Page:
Kevin Bacon, Covid-19, & Social Networks (Part 1)

Let me start by noting that I am not suggesting that Kevin Bacon has Covid-19 or is spreading the virus. To the best of my knowledge, the guy isn’t even infected. So why bring him up? Do you remember that game Six Degrees of Kevin Bacon? There is a good lesson to learn about Covid-19 from that game.

Although there are approximately 7.8 billion people in the world, on average, any two people on the planet are separated by about six people. That means, for you, the person reading this post, there are about six people between you and the very first person to be infected by the Covid-19 virus. Hard to believe, isn’t it? As amazing as this may seem, if you do the math it makes sense.

Let’s approach this from a different angle. How many people would the average person have to know for this to be true? We know that the population of the world, as of this writing, is roughly 7.8 billion people. To calculate how many people the average person would need to know for there to be only six degrees of separation, we would use the equation: 7,800,000,000 = X6. Therefore, X would need to equal 44.5 acquaintances. Is it reasonable to believe that the average person knows around 44 or 45 people on a first-name basis? Of course, some of us know many more people while some know far fewer, but this seems a relatively reasonable average.

More than numbers there have been multiple studies that have shown this to be true. In 2008, when Microsoft performed an analysis of 30 billion online conversations of 180 million people in various countries, they discovered that any two strangers were separated on average by 6.6 people.

Of course, when we talk about messaging and on-line social networks this interconnectivity between people is not surprising. We become friends with people who are friends of friends or may just share the same interest. However, this level of connectivity between people has existed long before the Internet. In 1967, Stanley Milgram conducted The Small World Experiment. In this experiment, he sent packages to 160 random people in Omaha, Nebraska. He asked that the recipient to send the package to a person they knew, either a friend or acquaintance, that would bring the package closer to a specific recipient who was a stockbroker in Boston, Massachusetts. The only rules were that you had to know the person to whom you were sending the package on a first name basis. The person to whom they sent the package was to do the same. The package reached the target, the stockbroker in Boston, in four days with only two intermediary acquaintances. Think about it. This was in 1967, well before email and social media.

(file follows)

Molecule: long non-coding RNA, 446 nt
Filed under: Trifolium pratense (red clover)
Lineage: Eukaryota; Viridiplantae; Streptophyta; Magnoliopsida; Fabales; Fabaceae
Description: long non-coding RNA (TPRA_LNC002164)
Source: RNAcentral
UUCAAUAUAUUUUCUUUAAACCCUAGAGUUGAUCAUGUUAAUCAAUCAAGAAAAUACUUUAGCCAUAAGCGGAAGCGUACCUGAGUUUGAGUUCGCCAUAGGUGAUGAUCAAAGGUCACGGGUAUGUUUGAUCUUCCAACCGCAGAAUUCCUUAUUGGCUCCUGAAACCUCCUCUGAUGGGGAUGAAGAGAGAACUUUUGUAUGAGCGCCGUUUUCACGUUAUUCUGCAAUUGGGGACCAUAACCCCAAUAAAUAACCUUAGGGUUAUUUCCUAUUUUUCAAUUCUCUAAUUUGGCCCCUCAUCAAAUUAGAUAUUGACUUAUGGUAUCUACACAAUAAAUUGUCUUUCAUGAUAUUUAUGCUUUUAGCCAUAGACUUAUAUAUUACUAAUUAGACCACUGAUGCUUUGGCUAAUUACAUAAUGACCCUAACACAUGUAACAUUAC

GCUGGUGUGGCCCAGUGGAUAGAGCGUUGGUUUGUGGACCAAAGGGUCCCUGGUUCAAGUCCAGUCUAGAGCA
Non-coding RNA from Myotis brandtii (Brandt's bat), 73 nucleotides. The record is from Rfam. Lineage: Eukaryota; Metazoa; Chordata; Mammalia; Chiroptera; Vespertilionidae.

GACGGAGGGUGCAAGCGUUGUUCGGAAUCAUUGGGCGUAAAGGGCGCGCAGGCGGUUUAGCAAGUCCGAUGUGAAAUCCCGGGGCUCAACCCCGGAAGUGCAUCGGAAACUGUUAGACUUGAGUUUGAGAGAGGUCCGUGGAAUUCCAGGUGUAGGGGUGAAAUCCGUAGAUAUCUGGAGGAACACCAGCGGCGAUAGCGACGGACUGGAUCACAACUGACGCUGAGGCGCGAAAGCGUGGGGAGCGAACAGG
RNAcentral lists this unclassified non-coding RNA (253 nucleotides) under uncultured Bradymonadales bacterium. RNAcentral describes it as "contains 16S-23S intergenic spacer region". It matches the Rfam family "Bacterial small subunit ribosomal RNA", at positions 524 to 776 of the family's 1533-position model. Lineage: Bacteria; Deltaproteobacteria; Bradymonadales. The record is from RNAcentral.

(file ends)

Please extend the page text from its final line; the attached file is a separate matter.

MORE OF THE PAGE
I guess Kevin Bacon isn’t all that special after all. Well, except for his acting. We need to give him credit for being a really good actor.

Let’s look at how these numbers relate to the spread of Covid-19 in the United States. Currently, the population of the United States is approximately 328,200,000. All we would need is to know between 26 and 27 other Americans to have six degrees of separation between ourselves and any other American. However, if we use the same number of acquaintances that we used above, 45, any two random United States residents are separated by just five other people. This means that on average you are just five people away from each of the 8.7 million people in the United States that has been infected with Covid-19. With just five unguarded interactions, you can be infected.

I don’t say this to invoke fear. I am not suggesting that we should hide in hermetically sealed bunkers to protect ourselves. There are simple nonobtrusive steps we can take to minimize the spread. We all know what those are: wearing masks, frequent hand washing, and social distancing.

There are things we can do on a larger scale, as a society. This interconnectivity between people, these interactions and relationships, form a network, a social network. As we examine the spread of the Covid-19 through these social networks we will be able to better predict the behavior of the virus enabling us to take appropriate corrective action. This network analysis is the subject of part two of this article.

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